Saturday, 22 September 2012

Move toTrevelyan School

                                                MOVE TO TREVELYAN SCHOOL

          Two years had passed and in August 1939 my mother and I returned to Brittany to stay at the Abbaye.  It was only four years since I had left there, but it seemed like a world away.  When we passed Mlle Abilly, the Mother Superior, on the stairs, she greeted me kindly but I shrank away from her.  I had become a nervous, very shy child.  My mother reproached me, but I was no longer used to the nuns in their long black robes and Mlle Abilly had always been a rather severe figure, even more so when I saw her then. I did not see Sister Yvonne, who must have been away.  My relationship with the nuns had changed.  I was no longer one of them, but one of the visitors.

Our visit was notable because we were on the brink of war with Germany.  Although one crisis came after another, there was still a carefree atmosphere amongst the holidaymakers and, much to the disapproval of the nuns, they continued to dance  in the hall at the end of the garden in the evenings.

It was the beginning of September when we were all told we had to leave France straight away.  We embarked hastily at St. Malo and arrived back in England to hear that war had already been declared.

With the outbreak of war, Dulcie and Maureen’s father decided it was time for them to return to New Zealand and they left Blackdown.  It was very soon after this that my mother and I also left.   The name of the new School we were going to was Trevelyan.

            Why did my mother decide to move to another school?  We were  happy where we were.  From my point of view it was a disaster.  I think that she probably felt I would be getting a better education, and also that I would be moving into a better social class, both of which meant nothing to me.  My mother was very aware of her own status, and always insisted on being called a Lady Cook-housekeeper.  As had been the case at Blackdown, my board and education were to be apart of her salary.

            I suppose also my mother might have thought of Trevelyan as a 'proper' school, and not just the dreamchild of Mrs. Hastings.  Trevelyan was a small, private school  for girls  in Haywards Heath in Sussex.  There was one large, redbrick building with about two acres of ground and garden. It was run on strict, almost military lines.  The girls all came from upper class, mostly wealthy, families.  It couldn’t have been more different from the relaxed, easygoing style of Blackdown.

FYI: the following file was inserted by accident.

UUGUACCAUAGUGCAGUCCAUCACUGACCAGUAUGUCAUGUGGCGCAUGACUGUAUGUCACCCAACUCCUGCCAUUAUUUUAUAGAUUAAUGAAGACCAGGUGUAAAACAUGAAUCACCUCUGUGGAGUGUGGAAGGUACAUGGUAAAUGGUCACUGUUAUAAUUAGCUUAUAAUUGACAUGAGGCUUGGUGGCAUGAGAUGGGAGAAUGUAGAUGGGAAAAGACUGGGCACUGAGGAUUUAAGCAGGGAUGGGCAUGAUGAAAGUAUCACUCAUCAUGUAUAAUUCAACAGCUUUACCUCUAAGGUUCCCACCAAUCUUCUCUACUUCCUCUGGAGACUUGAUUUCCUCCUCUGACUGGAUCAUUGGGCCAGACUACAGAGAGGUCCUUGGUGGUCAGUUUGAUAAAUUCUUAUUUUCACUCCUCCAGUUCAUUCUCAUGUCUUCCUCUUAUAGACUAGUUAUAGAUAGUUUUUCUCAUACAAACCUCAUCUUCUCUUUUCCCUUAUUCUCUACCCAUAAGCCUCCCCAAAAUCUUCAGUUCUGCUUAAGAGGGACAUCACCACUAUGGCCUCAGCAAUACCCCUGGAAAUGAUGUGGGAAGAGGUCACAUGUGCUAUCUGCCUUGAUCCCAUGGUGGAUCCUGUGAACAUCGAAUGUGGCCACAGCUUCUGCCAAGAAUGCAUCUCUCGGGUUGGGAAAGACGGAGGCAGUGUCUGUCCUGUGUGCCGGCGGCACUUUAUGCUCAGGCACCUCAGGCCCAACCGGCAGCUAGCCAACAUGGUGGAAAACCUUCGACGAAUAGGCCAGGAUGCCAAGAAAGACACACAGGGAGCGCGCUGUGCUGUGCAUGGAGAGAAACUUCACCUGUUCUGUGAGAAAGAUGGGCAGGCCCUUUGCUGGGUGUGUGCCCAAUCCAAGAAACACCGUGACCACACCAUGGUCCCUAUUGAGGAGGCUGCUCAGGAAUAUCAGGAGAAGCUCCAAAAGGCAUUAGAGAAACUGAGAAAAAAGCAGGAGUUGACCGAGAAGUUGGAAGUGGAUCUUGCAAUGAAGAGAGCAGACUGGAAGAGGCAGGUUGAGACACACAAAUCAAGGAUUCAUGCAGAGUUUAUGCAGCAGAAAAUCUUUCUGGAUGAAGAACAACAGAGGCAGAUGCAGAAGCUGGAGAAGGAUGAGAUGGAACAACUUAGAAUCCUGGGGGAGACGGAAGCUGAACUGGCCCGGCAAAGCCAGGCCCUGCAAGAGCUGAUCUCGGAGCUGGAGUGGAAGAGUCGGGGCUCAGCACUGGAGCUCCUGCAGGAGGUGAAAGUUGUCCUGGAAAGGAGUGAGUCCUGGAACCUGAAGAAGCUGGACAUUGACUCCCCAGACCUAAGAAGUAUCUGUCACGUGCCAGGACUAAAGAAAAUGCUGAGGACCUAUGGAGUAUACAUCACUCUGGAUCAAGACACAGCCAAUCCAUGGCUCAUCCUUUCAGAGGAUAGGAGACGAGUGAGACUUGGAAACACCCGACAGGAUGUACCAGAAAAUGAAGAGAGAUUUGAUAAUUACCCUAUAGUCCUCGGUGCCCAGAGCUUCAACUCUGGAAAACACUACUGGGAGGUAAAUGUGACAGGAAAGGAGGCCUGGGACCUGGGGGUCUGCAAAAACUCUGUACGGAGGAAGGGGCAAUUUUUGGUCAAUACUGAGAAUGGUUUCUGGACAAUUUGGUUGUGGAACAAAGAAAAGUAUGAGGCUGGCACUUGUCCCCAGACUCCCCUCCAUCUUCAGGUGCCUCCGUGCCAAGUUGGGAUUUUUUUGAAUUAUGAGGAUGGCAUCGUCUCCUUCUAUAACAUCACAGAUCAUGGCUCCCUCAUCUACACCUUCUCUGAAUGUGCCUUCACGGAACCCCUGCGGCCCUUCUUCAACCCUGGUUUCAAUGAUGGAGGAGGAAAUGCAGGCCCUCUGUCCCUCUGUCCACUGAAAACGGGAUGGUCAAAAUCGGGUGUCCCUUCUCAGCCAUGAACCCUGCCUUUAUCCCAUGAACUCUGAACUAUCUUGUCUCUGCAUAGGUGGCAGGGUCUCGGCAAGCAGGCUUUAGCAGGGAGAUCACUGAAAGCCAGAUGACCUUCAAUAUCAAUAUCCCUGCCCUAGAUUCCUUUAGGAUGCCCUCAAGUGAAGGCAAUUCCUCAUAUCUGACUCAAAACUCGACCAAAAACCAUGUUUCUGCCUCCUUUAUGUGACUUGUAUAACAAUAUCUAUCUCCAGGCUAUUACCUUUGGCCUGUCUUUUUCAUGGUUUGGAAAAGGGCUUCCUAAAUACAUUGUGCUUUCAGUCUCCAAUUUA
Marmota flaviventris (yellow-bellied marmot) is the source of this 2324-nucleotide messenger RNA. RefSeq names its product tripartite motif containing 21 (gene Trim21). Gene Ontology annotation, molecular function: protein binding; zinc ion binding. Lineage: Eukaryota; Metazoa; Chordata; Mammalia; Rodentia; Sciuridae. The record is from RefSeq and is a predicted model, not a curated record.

There were any number of rules and regulations which, if broken,  meant being  given an order mark.  If a girl got six order marks in a half term, she had to go and see the headmistress, which I invariably did.  Many of them were for the most trivial misdemeanours.  I was very absentminded and tended to forget things.  When we left our bedrooms after breakfast, we were not supposed to return to them, but I always forgot a handkerchief or my pencil box or some book. I would creep back to my room, hoping that the housemistress, who slept next door, would not be in.  She always was.  She was a large, bosomy Jamaican woman, Miss Jackman, and she towered over me.  I dreaded her.

            I was by no means a naughty child, but every half term I would find myself in the headmistress’s room being scolded for no reasons that I could understand.   The headmistress, Miss Frances, was a severe looking woman with cropped iron grey hair, and thin tight lips.  I did not warm to her.

I made no friends, as I had nothing in common with the other children.   I had lost my best friend Dulcie, with whom I had had fun and who, in many ways, had protected me.  I no longer saw my mother, as it was forbidden for me to go to her room.  Being naturally shy, I withdrew still more into myself.  Occasionally I made remarks which made them all laugh.  I remember being introduced to a new girl with the words “and this is the Fool.”  I wanted to sink into the floor at that point. 

I began to go around in a state of near permanent anxiety.  I missed Blackdown,  dear Mrs. Hastings and Miss Lane, with her snow-white hair and her kindness and encouragement.

            I was supposed to be getting free elocution lessons, normally an extra, as my mother must have sung my praises.  However, I completely failed to live up to my reputation. The elocution mistress, like Miss Frances,  was a rather cold, formal woman and my combination of shyness, nerves and fright meant that I completely dried up, becoming wooden and lifeless.  I never again displayed any talent in that direction.